Solution #6 in creating a healthy diet plan is to boost your intake of fiber from whole foods (If you missed solution #5 to creating a healthy diet plan click HERE.) Watch the video above to learn more about some “real world” solutions to simultaneously boosting your fiber and nutrient intake.
Get Your Fiber From FOOD;
Fiber Supplements are Not the Same as Eating a Fiber-Rich Diet
A healthy diet plan is always going to be one that is also rich in fiber. And I don’t mean fiber from fiber supplements, but rather fiber from whole foods. When researchers look at the health promoting benefits of fiber they do so in context of the “whole” food that fiber is a part of—and all of the fiber-rich whole foods also have many other health-promoting properties (such as antioxidants and phytonutrients.) To get the benefits of fiber you need to get fiber from eating whole foods that are naturally fiber-rich. You can’t just isolate the fiber from an apple and then expect to reap all the nutritional goodness of the apple…nutrition is a lot more complicated than isolating single substances.
What Whole Foods Contain Fiber?
Fiber is only found in plant-based carbohydrate containing foods (fiber is the part of the plant our body cannot digest) and thus a healthy diet plan should include plenty of carbohydrate-containing “whole” foods like fruits, vegetables, whole grains, beans and legumes.
Health Benefits of Eating a Fiber-Rich Diet
So why the fiber hype? Consider the following:
- High fiber diets have been linked to reducing the development of colon and rectal cancer by as much as 50 percent (1). Fiber-rich diets have also been linked to reduced risk of other intestinal diseases including diverticulosis and diverticulitis—in countries where high fiber diets are eaten these diseases are extremely rare. Studies suggest that approximately half of all symptomatic cases of these diseases would be prevented by adhering to a higher fiber diet (2.) Note: The American Cancer Society News Center states fiber-poor, animal-rich diets are a recognized factor in conditions such as diverticulitis and even colon cancer.
- Fiber is nature’s gentle…but effective…detoxifier. Think of fiber as the “broom” that sweeps out your intestines, moving food through your digestive tract and helping eliminate waste, including numerous nasty chemicals that find their way into our intestines and that are potentially carcinogenic. Fiber pulls toxins out of your lower intestine (colon) after they have been processed in the liver and sent there for elimination. Without adequate fiber, toxins can sit in your intestines and get reabsorbed back into the body. YUCK! Note: Not only will a toxin-free body feel better it will also look better—you’ll notice the detoxification changes first in your skin.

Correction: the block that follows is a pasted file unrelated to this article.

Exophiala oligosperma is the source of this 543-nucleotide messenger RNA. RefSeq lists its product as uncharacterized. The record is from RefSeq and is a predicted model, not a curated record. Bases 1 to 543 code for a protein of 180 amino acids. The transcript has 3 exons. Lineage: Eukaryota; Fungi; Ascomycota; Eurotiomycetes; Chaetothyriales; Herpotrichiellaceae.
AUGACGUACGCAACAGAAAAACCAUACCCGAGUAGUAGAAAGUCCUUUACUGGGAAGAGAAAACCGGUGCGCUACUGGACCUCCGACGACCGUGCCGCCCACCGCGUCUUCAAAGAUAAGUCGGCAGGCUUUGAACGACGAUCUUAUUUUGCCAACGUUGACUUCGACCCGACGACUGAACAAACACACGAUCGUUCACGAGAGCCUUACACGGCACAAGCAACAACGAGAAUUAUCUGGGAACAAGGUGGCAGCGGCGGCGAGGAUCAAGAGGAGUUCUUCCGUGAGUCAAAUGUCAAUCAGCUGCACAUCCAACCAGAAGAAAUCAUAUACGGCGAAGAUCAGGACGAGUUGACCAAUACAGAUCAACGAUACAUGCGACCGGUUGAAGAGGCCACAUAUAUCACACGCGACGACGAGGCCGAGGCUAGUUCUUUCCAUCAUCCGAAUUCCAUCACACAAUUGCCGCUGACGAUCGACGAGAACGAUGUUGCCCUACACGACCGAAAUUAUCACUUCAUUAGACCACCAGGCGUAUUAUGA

- Fiber improves your cholesterol profile.
- Fiber helps stabilize blood sugar levels (especially important for diabetics)
HUNGER-FREE Weight Loss Benefits of Eating a Fiber-Rich Diet
- Fiber has been proven to help satisfy hunger, minimize the overconsumption of calories, help dilute the caloric density of our diets and shut down appetite.
- Fiber works mechanically to take up bulk and space in your stomach, therefore helping you feel full and satisfied.
- Fiber helps you lose weight. Researchers at Tufts University have shown that people who add an additional 14 grams of fiber to their daily diet end up eating 10% fewer calories when all is said and done at the end of the day (3). In another study, university researchers in Ontario used detailed food diaries to compare the total daily fiber intake of cross sections of the Canadian public (4). The people in this study who maintained a healthy weight were eating a whopping 30% more fiber than those who were overweight.
Got Fiber? Add Beans!!
The average American eating the standard American diet (S.A.D.) only eats about 12 or 14 grams of fiber a day. You want to at the very least double that…but tripling it would be even better.
While all fruits, vegetables and whole grains contain fiber and are therefore excellent food staples in any healthy diet plan, beans and legumes are often overlooked as a fiber superstar. If you can make an effort to eat just one serving (1/2 cup) of beans or legumes each day you will increase your intake of fiber by approximately 7 grams each day. Best of all, beans really are incredibly versatile and super tasty too. They are great in soups, dips, spreads, burritos, casseroles, pilafs and made into burgers. You can eat them alone or toss them in salads.
1. Slattery ML, et al. “Plant foods, fiber and rectal cancer.” Am J Clin Nutr. 2004 Feb; 79(2):274-81.
2. Aldoori WH, et al. “A prospective study of dietary fiber types and symptomatic diverticular disease in men.” J Nutr. 1998 Apr;128(4):714-9.
3. Howarth NC, et al. “Dietary fiber and weight regulation.” Nutr Rev. 2001 May; 59(5):129-39.
4. Alfiere MA, et al. “Fiber intake of normal weight, moderately obese, and severely obese subjects.” Obes Res. 1995 Nov;3(6):541-7.